Hit Enter  two times, then type a closing 'greeting,' such as Sincerely, which seems the most appropriate. Then hit Enter four times and type your name with your address and any other contact information underneath:


Mary Foglebringer
1234 Hopeful Way
Ames, IA  35243
Phone: 535-569-8877

  • The reason you left four spaces above your typed name, is so that you have space to sign it. Sign your name neatly with a black ink pen. Do not use balloons or hearts to dot your 'i' or any kind of flourishes you might do otherwise.
  • Make sure your ink cartridge is full enough for your letter to print neatly. It will look less than formal and will be hard to read if it is too faint because of lack of ink.
  • Take note of any smudges you might have gotten on the letter, possibly from your printer. If there are marks on the page, print it over.
  • Below is a letter using the proper way to address it, and the spacing:

  • Now that your letter is done, look at it as a whole. If the body of the letter is up too high, feel free to go in and add some 'enters' to move it down and center it on the page. If it is too long, go back and see if you can edit out some of your words. Did you repeat yourself? Did you put in something that is covered in your application, or that doesn't really matter? Use spell check to catch any spelling errors. Go to Review at the top of the document, and choose spell check, in the left corner. It will highlight possible mistakes and the corrections. After you do it, do it again.

Have someone look over your letter and be open to his or her ideas to make it look and sound better.

The envelope: You can print your envelope on  your computer. Follow the directions for how to put it into your printer: look at where you insert paper, there will be a picture of how to insert an envelope.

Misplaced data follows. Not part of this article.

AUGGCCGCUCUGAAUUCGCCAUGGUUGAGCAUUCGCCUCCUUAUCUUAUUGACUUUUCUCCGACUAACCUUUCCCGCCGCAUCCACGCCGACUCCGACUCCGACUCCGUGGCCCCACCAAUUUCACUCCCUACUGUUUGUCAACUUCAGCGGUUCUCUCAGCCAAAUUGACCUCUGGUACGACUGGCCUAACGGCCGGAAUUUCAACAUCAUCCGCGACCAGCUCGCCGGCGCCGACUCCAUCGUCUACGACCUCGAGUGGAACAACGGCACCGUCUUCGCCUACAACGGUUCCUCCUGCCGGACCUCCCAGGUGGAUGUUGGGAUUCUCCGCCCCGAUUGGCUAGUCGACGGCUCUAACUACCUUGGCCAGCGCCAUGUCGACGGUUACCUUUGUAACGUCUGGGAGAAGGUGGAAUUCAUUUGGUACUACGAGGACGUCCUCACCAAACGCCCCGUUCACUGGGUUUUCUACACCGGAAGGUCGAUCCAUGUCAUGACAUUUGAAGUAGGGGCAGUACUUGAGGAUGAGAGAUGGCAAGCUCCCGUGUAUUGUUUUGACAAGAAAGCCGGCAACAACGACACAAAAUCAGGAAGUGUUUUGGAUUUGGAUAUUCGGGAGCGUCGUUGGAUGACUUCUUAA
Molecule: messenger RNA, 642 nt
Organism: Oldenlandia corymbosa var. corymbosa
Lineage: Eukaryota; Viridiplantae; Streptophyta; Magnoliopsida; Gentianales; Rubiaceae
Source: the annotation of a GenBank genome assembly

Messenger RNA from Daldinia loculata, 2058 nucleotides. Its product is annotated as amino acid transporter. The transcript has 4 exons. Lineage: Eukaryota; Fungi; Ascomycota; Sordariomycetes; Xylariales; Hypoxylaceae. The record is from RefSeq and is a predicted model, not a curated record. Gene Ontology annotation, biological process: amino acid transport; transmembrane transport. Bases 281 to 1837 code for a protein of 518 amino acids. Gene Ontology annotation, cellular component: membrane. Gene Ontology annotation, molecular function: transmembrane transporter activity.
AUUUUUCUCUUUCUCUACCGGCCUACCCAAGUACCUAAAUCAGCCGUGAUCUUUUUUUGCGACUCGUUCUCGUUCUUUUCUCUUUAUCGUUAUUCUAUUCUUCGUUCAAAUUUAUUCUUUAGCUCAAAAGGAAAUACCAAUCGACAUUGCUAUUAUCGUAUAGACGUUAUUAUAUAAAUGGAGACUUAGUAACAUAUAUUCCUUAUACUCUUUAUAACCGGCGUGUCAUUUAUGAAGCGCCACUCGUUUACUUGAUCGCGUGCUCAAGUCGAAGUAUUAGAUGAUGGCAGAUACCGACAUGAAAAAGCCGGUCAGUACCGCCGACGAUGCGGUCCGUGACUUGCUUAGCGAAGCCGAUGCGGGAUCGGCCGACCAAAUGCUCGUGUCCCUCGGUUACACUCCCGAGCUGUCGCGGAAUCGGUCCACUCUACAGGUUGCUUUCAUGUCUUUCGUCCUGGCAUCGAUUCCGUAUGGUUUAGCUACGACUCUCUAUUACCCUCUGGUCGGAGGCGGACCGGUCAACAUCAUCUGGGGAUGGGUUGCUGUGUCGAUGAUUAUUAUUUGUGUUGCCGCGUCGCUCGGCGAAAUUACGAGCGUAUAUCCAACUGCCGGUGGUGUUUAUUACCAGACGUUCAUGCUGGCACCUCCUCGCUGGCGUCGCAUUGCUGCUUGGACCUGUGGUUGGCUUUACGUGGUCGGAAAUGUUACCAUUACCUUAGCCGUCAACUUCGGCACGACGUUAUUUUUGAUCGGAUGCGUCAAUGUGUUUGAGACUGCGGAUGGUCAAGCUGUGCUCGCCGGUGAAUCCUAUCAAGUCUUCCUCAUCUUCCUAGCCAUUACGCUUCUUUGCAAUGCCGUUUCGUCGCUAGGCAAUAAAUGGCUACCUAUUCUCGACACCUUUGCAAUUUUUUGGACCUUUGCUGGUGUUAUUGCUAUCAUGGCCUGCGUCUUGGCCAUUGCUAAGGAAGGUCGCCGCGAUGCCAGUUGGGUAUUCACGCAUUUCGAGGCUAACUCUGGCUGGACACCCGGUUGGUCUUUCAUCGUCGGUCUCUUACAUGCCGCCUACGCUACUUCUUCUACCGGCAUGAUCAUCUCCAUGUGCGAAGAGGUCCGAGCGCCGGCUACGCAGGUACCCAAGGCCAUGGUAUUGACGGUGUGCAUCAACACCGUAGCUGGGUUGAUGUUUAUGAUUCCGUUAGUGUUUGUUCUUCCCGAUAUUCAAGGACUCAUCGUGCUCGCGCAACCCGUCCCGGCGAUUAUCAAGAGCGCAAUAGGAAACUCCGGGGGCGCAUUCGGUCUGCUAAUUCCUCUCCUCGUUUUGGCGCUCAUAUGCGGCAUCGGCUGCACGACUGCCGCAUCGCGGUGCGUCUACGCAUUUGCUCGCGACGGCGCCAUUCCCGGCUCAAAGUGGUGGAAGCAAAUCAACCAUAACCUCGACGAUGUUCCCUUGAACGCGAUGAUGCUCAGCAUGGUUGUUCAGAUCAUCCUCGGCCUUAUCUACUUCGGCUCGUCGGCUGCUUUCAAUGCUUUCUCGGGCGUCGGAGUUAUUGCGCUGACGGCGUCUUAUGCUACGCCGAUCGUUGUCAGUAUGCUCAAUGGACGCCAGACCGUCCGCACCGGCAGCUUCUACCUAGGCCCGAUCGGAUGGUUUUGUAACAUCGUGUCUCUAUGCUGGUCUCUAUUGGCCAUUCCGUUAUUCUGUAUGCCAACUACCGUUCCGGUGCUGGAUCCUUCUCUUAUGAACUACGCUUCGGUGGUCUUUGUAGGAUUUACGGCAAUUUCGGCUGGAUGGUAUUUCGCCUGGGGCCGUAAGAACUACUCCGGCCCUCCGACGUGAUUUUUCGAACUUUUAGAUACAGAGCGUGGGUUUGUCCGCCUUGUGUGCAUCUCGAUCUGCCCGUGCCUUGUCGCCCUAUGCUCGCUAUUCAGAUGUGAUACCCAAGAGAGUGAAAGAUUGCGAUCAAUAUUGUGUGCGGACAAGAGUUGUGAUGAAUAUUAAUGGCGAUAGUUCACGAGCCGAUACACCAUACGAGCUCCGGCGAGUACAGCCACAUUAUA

In Word, go up to the top where you will see 'Mailings" and then 'Envelopes.' Click on that and follow along. Be sure you choose the 'right' envelope. A standard business envelope measures 4-1/8" x 9-3/8"
  • You can print your return address, which goes in the upper left corner, or you can use a return address label. 
  • The envelope should look like this-notice where the address goes as well as the stamp:
If you are writing out the envelope, write clearly and neatly. The Post Office may not deliver it if their carriers or their scanners cannot read the address. Re-check to be sure the address is correct.
  • If you'd like a video about typing up a letter, see this:

  • FOLLOW THE DIRECTIONS given by the scholarship people, if that's whom you are writing to. If it says to write anything else on the envelope, do that. Such as, "To the Attention of Bob Smith, Fabulous Scholarship" then be sure you do that. Address the envelope exactly as you have the letter that's going inside the envelope.
  • They may ask that your papers are NOT folded. If so, then get an appropriate sized envelope, available at the post office, a local store such as Target, or an office supply store. Make address labels or write very neatly the to and from addresses on the envelope.
  • IMPORTANT: Make sure you have added enough postage. Some applications are multiple pages, and when you add your letter and the weight of the envelope, it might need more than one stamp. If you are at all unsure, take it with you to the post office and have them weigh it. You don't want to miss a deadline just because you didn't add another stamp or two.

Good luck on landing that scholarship!!!